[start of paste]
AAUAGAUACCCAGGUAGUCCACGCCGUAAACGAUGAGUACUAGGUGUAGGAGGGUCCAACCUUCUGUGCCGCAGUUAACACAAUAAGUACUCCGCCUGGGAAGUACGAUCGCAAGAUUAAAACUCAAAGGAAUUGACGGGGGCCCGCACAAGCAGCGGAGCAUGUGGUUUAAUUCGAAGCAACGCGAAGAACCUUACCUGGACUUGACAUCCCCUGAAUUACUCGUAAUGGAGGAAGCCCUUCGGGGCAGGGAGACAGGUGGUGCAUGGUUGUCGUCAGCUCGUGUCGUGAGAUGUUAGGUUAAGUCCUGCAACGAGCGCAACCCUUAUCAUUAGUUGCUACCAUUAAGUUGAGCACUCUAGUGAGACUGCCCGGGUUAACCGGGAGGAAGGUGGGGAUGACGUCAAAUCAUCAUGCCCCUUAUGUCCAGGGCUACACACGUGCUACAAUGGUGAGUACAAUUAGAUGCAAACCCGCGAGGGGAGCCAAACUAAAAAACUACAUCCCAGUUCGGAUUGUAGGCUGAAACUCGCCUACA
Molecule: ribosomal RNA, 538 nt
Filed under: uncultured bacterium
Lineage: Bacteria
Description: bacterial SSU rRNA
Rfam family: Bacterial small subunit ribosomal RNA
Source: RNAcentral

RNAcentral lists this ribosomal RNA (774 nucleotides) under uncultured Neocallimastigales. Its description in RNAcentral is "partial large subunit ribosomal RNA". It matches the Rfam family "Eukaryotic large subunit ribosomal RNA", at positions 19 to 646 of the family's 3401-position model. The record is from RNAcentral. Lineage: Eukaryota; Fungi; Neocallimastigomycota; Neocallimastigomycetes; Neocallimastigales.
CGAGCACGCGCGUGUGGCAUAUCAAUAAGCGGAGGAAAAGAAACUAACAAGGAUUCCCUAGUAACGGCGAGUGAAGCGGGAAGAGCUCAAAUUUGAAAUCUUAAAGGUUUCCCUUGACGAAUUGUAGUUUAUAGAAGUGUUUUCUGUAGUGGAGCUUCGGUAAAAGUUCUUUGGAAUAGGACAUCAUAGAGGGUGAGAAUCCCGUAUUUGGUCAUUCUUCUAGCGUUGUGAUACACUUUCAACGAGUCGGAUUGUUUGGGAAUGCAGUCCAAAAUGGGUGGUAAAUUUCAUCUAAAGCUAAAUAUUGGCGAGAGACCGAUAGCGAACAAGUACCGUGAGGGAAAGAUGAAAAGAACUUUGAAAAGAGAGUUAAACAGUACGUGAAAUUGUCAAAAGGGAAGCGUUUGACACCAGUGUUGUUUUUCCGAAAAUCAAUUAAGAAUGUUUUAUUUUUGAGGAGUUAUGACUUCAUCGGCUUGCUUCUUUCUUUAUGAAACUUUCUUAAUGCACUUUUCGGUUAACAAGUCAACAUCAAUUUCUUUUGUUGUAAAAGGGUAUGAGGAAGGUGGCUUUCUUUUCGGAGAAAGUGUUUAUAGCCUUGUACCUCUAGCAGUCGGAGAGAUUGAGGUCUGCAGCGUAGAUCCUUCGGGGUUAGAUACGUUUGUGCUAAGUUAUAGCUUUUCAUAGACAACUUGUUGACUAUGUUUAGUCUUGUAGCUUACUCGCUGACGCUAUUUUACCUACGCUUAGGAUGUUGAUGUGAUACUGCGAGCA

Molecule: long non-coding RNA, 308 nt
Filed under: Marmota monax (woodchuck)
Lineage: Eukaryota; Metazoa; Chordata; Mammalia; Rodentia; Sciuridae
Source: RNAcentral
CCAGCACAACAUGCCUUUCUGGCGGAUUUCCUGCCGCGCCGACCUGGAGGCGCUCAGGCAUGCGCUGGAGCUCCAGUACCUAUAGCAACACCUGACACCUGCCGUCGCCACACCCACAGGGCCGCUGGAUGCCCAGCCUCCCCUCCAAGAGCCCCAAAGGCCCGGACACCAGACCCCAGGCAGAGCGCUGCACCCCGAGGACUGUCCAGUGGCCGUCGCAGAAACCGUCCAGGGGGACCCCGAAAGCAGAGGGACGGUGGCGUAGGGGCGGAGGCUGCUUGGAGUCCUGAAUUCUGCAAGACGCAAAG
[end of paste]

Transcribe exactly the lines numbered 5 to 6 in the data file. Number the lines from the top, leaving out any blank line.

Description: bacterial SSU rRNA
Rfam family: Bacterial small subunit ribosomal RNA